Wednesday, February 12

How to Build a Forge

Building a forge stands alone as a diy blacksmithing project since so much of our success relies on our ability to get a proper heat. It's also unique in that you can put it together in a single morning depending on your preferences.

Coal Forge Plans

I'm starting with coal forges because they're simpler to make. You're not concerning yourself with air-tightness and heat containment.

You can have a simple coal forge up and ready in 20 minutes if you're in a hurry. You can also take hours welding together a hood, creating a custom basin, and fine-tuning.

Here's what you'll need at a minimum for a 20 minute coal forge (assuming you have the fittings already):

  • Old Barbecue Grill (Weber, etc.)
  • Hair dryer
  • 2"plumbing tee
  • Threaded plumbing nipples (2)
  • 2" plug
The grill should have at least one handle to hang the hair dryer from. Don't worry about the heating element being burnt out if you're using an old one. It just has to force air into the piping.

Cut a larger hole in the bottom of the grill. It should be large enough to allow the 2" plumbing tee through, but not so large that the threaded nipple holding it in place falls through. 

Take a look at this diagram to get a better idea of what I mean.

It's not the most elegant setup, but you don't have to be elegant to be effective. This is something you can put together on a Saturday morning to be ready to forge that afternoon. No more excuses about not having proper equipment, but I don't have to tell you that.

If you'd like to get some other perspectives, take a look at's Machinery and Tool Plans

They provide the plans for a brake drum forge as well as specific forge plans for armor and sheet metal. 

For a compelling visual example, I usually turn to Will from and his Youtube channel epicfantasy.

You may remember his videos from my post on knife making a few weeks back. 

In this video, he lays out how to make an easy blacksmith forge:

Can't see it on your phone? Watch it on YouTube.*

It could be that you live in a place that doesn't have a cheap source of coal, you plan to do A LOT of smithing and buying bags of charcoal would get expensive, or you prefer the even heats and less time-intensive fire tending that gas forges provide. 

Gas Forge Plans

This type of forge building will take more time and skill to complete for the typical weekend warrior. Since gas forges run off of compressed gas, we want to maximize our usage of that gas as it comes out of its compressed state.

In other words, we want to create a box or vessel to mostly contain that gas as its released. It shouldn't be completely airtight and we'd be hard-pressed to do that anyway.

Lighting a fire in an enclosed space with a consistent supply of fuel (gas) can lead to some intense situations. We want to direct that intensity in a safe way.

Creating a functional gas forge will require some welding knowledge. It will also take a larger amount of supplies than the gas forge above.

Here's a list to start with:

  • Welder
  • Welding mask
  • Grinder
  • Fire brick or blanket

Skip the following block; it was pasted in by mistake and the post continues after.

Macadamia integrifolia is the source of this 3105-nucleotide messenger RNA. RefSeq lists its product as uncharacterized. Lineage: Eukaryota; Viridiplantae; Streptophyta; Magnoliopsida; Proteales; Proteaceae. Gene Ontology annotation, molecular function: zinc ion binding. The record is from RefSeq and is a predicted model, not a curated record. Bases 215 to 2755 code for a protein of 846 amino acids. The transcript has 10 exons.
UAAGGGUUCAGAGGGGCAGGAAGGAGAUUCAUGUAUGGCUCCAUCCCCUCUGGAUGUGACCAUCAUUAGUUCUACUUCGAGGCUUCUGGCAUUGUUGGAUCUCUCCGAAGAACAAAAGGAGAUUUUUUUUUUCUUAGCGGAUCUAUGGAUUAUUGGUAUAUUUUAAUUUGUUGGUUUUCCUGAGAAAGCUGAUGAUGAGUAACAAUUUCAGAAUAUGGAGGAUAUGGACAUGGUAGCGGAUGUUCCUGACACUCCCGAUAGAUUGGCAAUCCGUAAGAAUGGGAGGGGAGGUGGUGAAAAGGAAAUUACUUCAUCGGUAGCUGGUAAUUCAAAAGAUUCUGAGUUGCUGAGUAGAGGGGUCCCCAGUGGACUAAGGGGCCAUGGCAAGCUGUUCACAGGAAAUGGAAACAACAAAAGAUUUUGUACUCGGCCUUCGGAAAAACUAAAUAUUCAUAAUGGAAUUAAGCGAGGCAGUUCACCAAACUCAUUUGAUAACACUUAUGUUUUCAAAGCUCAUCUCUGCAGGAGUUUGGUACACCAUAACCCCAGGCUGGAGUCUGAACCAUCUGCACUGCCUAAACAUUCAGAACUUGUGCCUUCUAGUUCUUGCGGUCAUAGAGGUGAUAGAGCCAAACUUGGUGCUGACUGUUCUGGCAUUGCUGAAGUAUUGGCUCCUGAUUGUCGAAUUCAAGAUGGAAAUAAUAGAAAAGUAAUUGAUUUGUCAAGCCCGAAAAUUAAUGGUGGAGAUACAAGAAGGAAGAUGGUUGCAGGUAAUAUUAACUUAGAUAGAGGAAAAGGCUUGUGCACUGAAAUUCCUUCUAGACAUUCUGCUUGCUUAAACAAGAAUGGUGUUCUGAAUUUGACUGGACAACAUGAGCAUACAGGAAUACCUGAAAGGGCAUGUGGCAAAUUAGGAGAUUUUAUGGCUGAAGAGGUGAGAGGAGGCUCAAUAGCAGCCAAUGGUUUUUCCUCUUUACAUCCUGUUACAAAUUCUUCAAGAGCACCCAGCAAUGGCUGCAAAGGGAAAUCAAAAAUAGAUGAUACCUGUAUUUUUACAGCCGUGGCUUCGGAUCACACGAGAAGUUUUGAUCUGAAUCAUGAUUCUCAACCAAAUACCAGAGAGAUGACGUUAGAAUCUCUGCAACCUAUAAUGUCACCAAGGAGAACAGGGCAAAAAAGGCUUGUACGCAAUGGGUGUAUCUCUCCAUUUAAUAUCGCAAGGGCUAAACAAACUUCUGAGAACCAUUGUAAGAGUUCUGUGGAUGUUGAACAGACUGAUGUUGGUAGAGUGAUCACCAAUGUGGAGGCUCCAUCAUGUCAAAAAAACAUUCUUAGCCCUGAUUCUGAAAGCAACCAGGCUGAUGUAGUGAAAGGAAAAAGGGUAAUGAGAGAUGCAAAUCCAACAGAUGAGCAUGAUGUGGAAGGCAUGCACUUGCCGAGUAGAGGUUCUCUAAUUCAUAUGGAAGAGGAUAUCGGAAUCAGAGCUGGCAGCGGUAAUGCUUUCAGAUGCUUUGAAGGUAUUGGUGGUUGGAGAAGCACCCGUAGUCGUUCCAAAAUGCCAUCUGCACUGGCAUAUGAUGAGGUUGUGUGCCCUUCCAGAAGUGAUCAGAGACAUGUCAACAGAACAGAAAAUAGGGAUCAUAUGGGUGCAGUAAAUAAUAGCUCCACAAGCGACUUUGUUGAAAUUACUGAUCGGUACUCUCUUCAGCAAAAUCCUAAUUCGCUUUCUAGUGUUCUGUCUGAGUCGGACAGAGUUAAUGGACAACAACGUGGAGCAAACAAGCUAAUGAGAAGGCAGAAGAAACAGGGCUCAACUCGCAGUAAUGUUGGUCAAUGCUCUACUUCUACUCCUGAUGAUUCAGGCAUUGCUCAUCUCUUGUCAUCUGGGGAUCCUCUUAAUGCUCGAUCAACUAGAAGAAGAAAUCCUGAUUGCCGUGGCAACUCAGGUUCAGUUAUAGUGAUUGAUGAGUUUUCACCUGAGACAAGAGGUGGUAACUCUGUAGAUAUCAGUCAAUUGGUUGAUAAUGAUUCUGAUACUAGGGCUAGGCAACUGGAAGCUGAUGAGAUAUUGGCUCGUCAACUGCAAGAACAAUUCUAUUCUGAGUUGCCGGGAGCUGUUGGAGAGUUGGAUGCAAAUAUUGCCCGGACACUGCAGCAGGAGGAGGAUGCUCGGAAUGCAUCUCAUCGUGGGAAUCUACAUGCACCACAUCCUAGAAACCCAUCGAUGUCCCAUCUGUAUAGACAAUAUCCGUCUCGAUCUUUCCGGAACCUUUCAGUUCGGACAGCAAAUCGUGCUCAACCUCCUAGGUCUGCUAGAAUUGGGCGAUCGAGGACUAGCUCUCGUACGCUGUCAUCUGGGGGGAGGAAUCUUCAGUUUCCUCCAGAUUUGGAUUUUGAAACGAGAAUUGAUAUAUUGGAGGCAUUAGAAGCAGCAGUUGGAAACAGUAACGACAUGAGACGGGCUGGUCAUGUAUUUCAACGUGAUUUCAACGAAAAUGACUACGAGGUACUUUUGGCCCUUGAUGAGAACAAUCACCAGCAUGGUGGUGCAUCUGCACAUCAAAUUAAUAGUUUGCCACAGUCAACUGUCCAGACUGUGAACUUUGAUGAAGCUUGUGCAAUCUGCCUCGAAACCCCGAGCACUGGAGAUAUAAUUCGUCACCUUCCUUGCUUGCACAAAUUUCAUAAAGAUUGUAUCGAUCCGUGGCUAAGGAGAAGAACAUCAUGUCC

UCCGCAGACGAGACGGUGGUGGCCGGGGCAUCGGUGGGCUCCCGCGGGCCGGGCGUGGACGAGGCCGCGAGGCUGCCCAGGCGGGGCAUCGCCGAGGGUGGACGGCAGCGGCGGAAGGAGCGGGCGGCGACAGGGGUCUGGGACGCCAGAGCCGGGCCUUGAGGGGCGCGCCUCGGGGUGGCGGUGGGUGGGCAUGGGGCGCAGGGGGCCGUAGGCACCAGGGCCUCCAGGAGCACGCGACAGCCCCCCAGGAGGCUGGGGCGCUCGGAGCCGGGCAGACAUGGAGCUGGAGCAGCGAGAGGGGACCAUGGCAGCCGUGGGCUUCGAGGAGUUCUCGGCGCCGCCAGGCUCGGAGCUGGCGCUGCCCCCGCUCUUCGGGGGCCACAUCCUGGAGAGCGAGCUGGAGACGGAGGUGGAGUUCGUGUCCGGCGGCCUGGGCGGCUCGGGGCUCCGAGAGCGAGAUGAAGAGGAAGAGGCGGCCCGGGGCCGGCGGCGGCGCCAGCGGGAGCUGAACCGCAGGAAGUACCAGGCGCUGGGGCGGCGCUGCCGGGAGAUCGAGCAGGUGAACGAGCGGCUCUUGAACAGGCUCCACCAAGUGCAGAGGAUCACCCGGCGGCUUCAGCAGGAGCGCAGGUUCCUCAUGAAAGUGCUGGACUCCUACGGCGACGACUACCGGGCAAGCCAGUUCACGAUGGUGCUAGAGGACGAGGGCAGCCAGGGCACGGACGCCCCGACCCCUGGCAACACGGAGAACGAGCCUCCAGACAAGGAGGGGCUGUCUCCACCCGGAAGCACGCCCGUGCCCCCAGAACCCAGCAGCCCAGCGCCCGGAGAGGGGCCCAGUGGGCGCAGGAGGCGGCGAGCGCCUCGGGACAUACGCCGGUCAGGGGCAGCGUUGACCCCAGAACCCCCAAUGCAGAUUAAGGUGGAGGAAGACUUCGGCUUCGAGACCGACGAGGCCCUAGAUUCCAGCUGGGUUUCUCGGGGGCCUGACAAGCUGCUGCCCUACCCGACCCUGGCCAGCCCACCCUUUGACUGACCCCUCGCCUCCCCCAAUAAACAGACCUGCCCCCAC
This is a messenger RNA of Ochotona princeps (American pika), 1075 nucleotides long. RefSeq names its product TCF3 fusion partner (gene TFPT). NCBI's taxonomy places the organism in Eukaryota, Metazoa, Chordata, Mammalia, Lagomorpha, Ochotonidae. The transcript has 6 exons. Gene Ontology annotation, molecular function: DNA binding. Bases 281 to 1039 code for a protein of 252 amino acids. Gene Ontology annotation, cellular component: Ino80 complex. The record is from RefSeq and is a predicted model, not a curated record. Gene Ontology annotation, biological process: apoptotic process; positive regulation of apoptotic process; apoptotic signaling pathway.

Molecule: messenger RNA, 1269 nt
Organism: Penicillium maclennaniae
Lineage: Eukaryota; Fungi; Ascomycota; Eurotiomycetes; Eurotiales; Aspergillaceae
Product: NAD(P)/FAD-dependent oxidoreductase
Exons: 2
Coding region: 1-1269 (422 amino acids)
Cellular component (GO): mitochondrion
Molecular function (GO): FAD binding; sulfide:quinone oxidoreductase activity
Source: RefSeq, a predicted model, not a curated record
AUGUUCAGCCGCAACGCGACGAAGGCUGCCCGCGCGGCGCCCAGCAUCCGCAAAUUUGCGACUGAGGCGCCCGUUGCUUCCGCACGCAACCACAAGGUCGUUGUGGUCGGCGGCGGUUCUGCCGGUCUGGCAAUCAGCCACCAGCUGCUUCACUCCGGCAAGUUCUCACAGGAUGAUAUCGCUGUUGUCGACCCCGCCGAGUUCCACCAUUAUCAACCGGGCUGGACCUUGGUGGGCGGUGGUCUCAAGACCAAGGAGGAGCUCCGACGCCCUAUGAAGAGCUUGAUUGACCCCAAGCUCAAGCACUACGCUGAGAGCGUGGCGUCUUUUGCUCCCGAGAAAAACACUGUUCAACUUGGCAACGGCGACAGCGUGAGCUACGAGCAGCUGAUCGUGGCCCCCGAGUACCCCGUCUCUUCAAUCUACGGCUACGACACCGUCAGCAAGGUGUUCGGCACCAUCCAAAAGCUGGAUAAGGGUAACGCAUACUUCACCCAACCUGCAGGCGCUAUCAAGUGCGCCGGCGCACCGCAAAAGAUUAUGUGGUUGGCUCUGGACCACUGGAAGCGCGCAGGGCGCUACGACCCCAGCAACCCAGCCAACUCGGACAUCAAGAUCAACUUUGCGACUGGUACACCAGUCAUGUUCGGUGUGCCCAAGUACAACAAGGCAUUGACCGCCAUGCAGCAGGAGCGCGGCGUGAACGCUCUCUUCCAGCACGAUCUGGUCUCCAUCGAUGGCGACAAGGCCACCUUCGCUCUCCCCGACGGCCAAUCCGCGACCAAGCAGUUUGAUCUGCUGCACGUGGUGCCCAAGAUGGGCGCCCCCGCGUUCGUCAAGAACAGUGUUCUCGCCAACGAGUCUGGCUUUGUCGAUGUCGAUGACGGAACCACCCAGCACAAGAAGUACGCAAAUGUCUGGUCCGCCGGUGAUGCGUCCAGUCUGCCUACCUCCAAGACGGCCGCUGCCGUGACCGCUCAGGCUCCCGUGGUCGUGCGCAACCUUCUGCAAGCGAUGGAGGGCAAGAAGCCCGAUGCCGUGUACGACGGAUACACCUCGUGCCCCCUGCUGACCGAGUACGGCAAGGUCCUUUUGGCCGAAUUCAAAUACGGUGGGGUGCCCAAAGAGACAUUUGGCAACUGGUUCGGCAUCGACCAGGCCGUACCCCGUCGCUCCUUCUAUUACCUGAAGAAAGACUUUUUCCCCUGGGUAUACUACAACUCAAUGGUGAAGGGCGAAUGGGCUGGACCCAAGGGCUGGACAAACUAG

• Sheet metal
  • Clamps
  • Tubing
If you don't already have the larger items in this list, you might consider enlisting a friend's help and equipment. It will most likely take you a bit longer than a Saturday morning to complete, too.

Take a look at the following video for an outside-the-box idea for creating a gas forge.

Can't see it? Watch it here.

Now, I'd never thought of that before watching the video. A few warning bells went off in my head in terms of safety (making sure the cylinder is COMPLETELY clean before you start creating sparks with a grinder for one), but in terms of creative solutions to the problem, it's pretty awesome.

No welding pieces of sheet metal together and worrying about the corners. The barrel shape and narrow openings contain the heat and distribute it extremely well.

Some Things to Consider

Obviously, your ability to get your hands on materials and fuel at a fair price will help decide which forge type you choose. There are parts of the U.S. that benefit from being very close to coal seams (the eastern states usually come to mind). I'm sure this holds true for other parts of the world.

When I was forging in North Carolina, I could see the attraction of using coal. It was readily available. However, when I was heading back to the Pacific Northwest, the portability of my NC Tool gas forge and the availability of propane canisters made sense, too.

Gas forges don't have the same feeling of tradition that comes with coal forges. You don't have the glowing coals and you're not actively tending your fire.

The trade-off is a more uniform heat and cleaner air. Not to be a downer, but breathing in coal dust and smoke for even a day can have irritating side effects.

The last thing I'd think about is what I can do today to get closer to forging. Since I'm not a trained welder, I'd be more likely to build a coal forge out of a brake drum like Will showed in his video or out of an old grill as I laid out.

I'll leave off with that. What can you do today to get closer to forging?

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